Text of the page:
Beverly Sills's first press conference in many a moon was everything one would expect from the feisty diva-turned-general director who now runs the New York City Opera.
Ostensibly, we were gathered to hear about the coming season, which opens in July, a first for the company. This has been arranged by placing the traditional spring season in the summertime, so that the usual two-section year will now move in an uninterrupted flow from July through November.
The focus of that season will be a Puccini Festival, to include a new production of ''La Rondine'' (Aug. 11), major revivals of ''Turandot'' and ''La fanciulla del West,'' and performances of ''La Boheme,'' ''Madama Butterfly,'' and ''Tosca.'' ''Turandot'' will feature the recently discovered full ending Alfano wrote after Puccini's death, which had been drastically cut by Toscanini before the world premiere.
But the season goes on with new productions of Gilbert and Sullivan's ''The Mikado,'' Massenet's enchanting ''Cendrillon,'' Handel's ''Alcina,'' and Floyd's ''Of Mice and Men.'' Major revivals also include Johann Strauss's ''Die Fledermaus,'' Janacek's ''Cunning Little Vixen'' (one of the company's finest recent efforts), and Richard Strauss's ''Ariadne auf Naxos.'' In all, it is a season that is much closer to what the City Opera is all about than has been the case in the recent past. Miss Sills also announced that Christopher Keene is now officially the music director of the company, making formal a relationship that augurs well for the future between the troupe and the energetic conductor, who favors new music.
A revival of the hugely successful production of Bernstein's ''Candide'' was to have kept the theater lit for six weeks this spring and kept members of the company working. But the orchestra voted the production down. Not surprisingly, therefore, Miss Sills opened the conference by saying that she had some things on her mind she wanted to get out in the open. She talked of ''the 'Candide' debacle,'' which turns out to be her first tangle with the new president of Musicians Union Local 802, John Glasel.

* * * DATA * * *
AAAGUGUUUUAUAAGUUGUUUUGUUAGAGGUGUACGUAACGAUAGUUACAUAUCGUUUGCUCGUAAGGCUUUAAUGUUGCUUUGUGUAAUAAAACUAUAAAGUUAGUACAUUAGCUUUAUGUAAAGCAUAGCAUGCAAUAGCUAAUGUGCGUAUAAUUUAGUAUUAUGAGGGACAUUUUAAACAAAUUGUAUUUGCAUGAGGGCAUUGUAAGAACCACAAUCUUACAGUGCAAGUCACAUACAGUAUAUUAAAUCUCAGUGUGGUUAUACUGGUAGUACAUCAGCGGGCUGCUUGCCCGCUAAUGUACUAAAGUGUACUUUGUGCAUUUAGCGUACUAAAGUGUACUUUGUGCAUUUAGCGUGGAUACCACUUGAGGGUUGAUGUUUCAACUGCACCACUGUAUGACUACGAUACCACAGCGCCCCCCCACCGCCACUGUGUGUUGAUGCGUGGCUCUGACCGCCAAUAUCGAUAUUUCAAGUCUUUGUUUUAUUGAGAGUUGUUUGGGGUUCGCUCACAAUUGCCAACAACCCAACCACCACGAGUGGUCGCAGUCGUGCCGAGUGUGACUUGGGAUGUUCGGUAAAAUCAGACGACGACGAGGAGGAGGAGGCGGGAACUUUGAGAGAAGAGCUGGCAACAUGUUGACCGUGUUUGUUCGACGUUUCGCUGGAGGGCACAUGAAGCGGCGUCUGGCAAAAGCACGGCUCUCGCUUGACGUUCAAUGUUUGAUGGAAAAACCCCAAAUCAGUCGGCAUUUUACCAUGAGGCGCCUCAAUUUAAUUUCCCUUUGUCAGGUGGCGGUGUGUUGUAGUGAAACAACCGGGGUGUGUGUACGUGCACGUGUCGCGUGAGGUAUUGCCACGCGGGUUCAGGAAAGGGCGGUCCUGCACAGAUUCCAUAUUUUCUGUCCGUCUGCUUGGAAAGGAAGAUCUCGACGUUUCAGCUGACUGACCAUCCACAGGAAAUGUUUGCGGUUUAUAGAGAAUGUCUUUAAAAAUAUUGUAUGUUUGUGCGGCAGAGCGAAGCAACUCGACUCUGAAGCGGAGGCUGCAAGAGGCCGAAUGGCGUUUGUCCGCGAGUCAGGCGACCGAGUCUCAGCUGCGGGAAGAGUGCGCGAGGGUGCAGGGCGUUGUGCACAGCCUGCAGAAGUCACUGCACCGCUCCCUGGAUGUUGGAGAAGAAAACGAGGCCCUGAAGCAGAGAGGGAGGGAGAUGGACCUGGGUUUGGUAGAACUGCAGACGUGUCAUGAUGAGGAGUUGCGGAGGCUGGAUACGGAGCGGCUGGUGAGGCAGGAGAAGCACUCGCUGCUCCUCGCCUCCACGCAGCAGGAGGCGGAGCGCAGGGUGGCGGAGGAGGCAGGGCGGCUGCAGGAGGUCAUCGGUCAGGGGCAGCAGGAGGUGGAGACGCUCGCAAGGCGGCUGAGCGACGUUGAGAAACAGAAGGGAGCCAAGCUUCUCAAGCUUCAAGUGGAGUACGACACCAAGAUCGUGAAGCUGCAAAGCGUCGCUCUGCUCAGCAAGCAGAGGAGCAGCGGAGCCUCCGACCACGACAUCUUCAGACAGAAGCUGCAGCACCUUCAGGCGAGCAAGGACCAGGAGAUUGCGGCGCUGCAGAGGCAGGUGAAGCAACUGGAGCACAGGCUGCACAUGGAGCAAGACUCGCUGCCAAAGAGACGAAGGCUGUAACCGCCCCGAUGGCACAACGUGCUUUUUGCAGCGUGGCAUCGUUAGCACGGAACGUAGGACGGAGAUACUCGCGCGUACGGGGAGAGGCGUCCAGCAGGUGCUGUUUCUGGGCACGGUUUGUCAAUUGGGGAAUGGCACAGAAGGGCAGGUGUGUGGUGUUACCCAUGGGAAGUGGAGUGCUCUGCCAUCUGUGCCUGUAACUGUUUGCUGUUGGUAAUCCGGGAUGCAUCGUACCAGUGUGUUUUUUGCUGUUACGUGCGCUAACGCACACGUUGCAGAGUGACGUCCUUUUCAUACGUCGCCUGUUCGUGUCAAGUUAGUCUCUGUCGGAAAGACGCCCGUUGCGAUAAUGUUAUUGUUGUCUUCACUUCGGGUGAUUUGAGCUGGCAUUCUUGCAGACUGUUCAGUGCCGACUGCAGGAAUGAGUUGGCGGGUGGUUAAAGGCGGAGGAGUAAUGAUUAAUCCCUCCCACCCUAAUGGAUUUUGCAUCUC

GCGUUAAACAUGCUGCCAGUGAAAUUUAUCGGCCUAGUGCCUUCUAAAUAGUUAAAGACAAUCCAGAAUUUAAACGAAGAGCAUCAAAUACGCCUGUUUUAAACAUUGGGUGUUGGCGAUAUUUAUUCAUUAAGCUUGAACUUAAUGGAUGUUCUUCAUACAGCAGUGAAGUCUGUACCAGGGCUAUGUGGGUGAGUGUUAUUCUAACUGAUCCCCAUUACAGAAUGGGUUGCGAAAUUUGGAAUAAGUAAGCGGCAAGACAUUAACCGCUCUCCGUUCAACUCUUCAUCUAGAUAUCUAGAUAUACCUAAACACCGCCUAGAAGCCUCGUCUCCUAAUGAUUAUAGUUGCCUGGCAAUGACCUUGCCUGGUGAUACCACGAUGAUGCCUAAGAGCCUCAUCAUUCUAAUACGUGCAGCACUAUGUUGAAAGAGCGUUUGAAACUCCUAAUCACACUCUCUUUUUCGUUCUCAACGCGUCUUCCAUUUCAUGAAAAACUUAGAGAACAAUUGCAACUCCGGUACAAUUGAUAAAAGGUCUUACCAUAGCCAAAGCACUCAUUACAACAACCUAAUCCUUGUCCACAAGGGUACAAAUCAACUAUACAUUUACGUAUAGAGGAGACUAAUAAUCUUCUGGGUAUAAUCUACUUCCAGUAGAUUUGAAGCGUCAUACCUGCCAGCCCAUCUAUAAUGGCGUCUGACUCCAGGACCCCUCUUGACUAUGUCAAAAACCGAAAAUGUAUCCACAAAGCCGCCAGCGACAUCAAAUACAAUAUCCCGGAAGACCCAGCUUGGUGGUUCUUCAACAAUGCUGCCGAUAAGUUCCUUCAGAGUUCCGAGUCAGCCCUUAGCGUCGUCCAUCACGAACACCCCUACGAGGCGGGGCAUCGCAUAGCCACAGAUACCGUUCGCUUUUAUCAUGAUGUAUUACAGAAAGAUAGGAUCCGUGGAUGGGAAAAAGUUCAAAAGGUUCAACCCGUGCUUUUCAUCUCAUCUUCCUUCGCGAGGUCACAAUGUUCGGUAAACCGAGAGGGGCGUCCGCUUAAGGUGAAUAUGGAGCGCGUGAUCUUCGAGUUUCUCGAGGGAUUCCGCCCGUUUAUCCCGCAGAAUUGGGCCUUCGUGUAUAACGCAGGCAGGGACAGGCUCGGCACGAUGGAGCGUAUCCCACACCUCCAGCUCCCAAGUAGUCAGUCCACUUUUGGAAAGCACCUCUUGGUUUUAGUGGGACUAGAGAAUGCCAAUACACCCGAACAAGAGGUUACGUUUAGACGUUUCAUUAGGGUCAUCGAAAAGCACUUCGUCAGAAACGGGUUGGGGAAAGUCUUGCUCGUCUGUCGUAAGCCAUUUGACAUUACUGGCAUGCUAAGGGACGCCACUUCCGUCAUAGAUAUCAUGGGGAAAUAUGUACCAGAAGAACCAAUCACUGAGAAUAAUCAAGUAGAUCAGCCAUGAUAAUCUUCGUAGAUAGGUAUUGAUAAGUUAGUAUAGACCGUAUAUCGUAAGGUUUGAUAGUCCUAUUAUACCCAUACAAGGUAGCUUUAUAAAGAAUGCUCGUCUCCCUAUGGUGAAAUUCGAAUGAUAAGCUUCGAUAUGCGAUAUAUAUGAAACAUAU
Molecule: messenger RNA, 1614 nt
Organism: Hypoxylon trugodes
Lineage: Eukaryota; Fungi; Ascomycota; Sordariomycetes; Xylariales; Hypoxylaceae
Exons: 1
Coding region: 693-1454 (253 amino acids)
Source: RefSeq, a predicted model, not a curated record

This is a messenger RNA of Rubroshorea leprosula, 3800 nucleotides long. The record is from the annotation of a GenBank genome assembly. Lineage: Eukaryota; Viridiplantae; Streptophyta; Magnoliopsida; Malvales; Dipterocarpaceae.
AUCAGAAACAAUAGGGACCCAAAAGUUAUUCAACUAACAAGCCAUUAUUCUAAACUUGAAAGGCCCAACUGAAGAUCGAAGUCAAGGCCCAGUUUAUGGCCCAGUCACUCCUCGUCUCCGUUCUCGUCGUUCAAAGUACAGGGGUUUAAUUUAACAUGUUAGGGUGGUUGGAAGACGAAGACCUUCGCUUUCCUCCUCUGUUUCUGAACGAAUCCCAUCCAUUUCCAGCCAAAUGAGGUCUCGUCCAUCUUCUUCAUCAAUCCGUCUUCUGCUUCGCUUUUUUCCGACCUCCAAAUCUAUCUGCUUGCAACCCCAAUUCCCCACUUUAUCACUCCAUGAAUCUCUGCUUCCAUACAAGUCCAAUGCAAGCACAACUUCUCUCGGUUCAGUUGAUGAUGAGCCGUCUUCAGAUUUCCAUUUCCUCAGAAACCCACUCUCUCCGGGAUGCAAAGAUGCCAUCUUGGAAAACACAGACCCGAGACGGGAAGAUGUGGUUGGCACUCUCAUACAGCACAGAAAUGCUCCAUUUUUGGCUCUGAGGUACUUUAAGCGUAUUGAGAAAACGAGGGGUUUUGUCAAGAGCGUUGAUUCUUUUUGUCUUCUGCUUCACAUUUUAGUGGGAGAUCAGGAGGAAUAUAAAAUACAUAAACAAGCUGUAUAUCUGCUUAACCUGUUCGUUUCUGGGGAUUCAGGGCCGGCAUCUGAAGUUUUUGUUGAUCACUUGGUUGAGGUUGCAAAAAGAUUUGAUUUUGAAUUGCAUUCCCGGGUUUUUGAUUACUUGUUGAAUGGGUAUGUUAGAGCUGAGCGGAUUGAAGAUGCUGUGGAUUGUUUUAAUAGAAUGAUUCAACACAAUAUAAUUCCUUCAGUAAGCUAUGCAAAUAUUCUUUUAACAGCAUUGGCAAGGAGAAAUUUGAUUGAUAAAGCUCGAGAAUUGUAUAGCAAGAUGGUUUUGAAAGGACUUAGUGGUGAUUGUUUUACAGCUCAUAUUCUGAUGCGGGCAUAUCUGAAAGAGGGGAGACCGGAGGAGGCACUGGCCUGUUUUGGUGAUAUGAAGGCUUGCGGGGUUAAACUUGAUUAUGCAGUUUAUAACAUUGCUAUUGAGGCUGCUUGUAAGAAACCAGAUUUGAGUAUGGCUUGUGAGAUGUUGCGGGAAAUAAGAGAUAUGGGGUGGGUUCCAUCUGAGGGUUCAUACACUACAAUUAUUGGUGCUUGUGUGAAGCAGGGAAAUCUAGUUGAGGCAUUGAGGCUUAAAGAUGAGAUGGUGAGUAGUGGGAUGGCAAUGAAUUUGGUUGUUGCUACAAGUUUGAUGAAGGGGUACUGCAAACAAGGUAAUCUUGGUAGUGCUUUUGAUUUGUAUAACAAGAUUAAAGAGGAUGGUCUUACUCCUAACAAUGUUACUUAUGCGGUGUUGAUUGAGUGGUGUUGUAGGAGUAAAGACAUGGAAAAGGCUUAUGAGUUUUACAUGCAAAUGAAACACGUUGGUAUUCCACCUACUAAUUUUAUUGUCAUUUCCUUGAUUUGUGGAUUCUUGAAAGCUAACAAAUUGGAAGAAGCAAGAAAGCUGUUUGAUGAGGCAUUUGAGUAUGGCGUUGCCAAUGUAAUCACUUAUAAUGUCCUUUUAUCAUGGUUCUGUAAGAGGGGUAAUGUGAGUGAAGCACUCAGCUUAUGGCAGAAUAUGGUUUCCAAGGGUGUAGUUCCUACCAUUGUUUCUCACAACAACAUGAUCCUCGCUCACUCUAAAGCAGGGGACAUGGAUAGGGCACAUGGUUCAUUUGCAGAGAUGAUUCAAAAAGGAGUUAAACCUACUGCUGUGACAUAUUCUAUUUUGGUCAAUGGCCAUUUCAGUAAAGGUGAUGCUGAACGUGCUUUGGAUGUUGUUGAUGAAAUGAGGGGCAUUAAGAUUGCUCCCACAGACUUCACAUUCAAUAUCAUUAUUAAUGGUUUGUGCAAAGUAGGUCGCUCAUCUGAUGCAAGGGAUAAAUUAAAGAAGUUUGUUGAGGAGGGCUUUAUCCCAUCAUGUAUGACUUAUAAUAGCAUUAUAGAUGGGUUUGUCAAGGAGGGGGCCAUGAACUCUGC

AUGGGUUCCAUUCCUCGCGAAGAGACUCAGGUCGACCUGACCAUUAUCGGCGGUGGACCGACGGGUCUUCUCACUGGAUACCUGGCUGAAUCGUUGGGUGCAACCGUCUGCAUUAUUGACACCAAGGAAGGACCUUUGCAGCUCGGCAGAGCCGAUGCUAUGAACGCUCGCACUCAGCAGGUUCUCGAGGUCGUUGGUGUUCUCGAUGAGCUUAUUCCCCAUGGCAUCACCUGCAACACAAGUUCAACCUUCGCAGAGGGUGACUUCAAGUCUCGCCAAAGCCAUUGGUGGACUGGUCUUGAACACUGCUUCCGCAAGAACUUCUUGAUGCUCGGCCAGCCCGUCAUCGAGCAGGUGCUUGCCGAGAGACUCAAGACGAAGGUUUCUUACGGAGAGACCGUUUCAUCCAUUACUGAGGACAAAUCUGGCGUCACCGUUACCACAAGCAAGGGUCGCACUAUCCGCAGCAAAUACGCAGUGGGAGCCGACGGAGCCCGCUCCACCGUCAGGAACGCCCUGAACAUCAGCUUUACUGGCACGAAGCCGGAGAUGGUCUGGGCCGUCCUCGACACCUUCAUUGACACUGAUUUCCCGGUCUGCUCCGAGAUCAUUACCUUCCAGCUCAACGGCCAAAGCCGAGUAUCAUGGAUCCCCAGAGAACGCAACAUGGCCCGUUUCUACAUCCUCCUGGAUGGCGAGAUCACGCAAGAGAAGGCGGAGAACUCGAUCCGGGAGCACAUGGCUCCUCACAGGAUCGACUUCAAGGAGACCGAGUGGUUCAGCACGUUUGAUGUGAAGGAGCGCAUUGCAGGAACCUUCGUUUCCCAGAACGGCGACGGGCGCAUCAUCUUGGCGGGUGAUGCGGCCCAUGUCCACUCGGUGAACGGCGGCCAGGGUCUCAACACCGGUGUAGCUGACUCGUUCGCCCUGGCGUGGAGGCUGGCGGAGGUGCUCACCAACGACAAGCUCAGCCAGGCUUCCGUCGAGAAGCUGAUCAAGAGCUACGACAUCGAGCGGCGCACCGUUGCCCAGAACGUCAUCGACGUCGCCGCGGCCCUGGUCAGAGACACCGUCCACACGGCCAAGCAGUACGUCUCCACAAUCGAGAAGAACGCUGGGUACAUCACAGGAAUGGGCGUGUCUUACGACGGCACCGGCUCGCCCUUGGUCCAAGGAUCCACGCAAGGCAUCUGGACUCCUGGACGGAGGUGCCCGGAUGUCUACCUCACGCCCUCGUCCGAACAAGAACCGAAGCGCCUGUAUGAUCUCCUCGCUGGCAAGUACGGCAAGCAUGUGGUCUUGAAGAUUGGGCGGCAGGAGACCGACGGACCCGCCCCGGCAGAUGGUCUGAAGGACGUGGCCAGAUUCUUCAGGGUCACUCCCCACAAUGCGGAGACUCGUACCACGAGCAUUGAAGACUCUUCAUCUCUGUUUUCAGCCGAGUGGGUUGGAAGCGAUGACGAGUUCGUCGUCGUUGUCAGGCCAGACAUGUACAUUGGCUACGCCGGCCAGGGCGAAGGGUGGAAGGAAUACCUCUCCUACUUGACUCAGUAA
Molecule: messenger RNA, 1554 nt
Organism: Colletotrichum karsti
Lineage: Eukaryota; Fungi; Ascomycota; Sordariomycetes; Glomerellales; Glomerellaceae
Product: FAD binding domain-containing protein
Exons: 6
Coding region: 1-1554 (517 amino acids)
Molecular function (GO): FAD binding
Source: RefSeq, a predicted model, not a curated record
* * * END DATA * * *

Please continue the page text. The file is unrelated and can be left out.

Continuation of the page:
Clearly, Miss Sills is fighting mad over the incident. The problem as the orchestra players saw it was that the revival was being planned under a Broadway contract, at the insistence of James Nederlander, who was producing it as a favor to Miss Sills and the City Opera, on whose board he sits. An orchestra under a Broadway contract is smaller and plays two more shows per week than an opera orchestra. A salary difference was also an issue. Only 10 players would have been out of work, and Miss Sills thought that was better than having an entire troupe on the bread lines, but the union felt otherwise.
''I was astonished to find I was accused of gimmickry or villainy; I take exception to those words,'' the general director fumed. ''Mr. Glasel said the house was dark because of poor management . . . yes, poor union management.'' And now, of course, the house is dark, no income is being generated, and the company has to maintain the building in this fallow period.
The deficit, Miss Sills emphasized, is serious - $2 million - but not as high as rumor had it ($7 million). She noted that she had spent an inordinate amount of time trying to raise funds (she has succeeded in raising some $15 million since she took over the company), but it has exhausted and drained her. Now a management and fund-raising consultant firm will help her raise a $9 million endowment the company sorely needs.